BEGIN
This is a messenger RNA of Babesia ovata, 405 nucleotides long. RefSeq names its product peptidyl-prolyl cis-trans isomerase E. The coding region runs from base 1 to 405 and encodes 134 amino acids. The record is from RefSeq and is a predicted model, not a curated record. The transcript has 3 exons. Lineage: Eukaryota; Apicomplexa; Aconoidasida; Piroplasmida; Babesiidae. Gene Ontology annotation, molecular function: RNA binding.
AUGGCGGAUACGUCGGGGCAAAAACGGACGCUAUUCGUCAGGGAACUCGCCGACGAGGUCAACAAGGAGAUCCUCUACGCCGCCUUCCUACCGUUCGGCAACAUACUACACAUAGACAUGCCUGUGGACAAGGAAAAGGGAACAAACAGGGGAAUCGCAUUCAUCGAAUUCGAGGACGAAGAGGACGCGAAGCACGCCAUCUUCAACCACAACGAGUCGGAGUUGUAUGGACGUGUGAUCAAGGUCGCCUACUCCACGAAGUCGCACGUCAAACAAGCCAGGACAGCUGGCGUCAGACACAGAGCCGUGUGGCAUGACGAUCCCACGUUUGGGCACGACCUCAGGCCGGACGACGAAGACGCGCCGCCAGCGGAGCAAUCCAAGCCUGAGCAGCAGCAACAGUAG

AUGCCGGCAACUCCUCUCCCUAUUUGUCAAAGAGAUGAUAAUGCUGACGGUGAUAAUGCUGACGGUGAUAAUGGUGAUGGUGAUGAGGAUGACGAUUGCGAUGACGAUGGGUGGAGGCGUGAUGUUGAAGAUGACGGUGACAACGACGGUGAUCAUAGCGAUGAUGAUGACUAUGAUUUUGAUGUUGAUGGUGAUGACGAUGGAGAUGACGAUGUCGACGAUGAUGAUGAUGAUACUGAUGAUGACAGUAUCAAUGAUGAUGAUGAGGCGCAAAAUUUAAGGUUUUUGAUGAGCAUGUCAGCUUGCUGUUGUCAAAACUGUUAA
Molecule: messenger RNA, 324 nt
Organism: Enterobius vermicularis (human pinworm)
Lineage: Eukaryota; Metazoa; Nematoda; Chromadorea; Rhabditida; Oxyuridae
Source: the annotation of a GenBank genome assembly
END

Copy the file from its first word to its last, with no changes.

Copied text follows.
This is a messenger RNA of Babesia ovata, 405 nucleotides long. RefSeq names its product peptidyl-prolyl cis-trans isomerase E. The coding region runs from base 1 to 405 and encodes 134 amino acids. The record is from RefSeq and is a predicted model, not a curated record. The transcript has 3 exons. Lineage: Eukaryota; Apicomplexa; Aconoidasida; Piroplasmida; Babesiidae. Gene Ontology annotation, molecular function: RNA binding.
AUGGCGGAUACGUCGGGGCAAAAACGGACGCUAUUCGUCAGGGAACUCGCCGACGAGGUCAACAAGGAGAUCCUCUACGCCGCCUUCCUACCGUUCGGCAACAUACUACACAUAGACAUGCCUGUGGACAAGGAAAAGGGAACAAACAGGGGAAUCGCAUUCAUCGAAUUCGAGGACGAAGAGGACGCGAAGCACGCCAUCUUCAACCACAACGAGUCGGAGUUGUAUGGACGUGUGAUCAAGGUCGCCUACUCCACGAAGUCGCACGUCAAACAAGCCAGGACAGCUGGCGUCAGACACAGAGCCGUGUGGCAUGACGAUCCCACGUUUGGGCACGACCUCAGGCCGGACGACGAAGACGCGCCGCCAGCGGAGCAAUCCAAGCCUGAGCAGCAGCAACAGUAG

AUGCCGGCAACUCCUCUCCCUAUUUGUCAAAGAGAUGAUAAUGCUGACGGUGAUAAUGCUGACGGUGAUAAUGGUGAUGGUGAUGAGGAUGACGAUUGCGAUGACGAUGGGUGGAGGCGUGAUGUUGAAGAUGACGGUGACAACGACGGUGAUCAUAGCGAUGAUGAUGACUAUGAUUUUGAUGUUGAUGGUGAUGACGAUGGAGAUGACGAUGUCGACGAUGAUGAUGAUGAUACUGAUGAUGACAGUAUCAAUGAUGAUGAUGAGGCGCAAAAUUUAAGGUUUUUGAUGAGCAUGUCAGCUUGCUGUUGUCAAAACUGUUAA
Molecule: messenger RNA, 324 nt
Organism: Enterobius vermicularis (human pinworm)
Lineage: Eukaryota; Metazoa; Nematoda; Chromadorea; Rhabditida; Oxyuridae
Source: the annotation of a GenBank genome assembly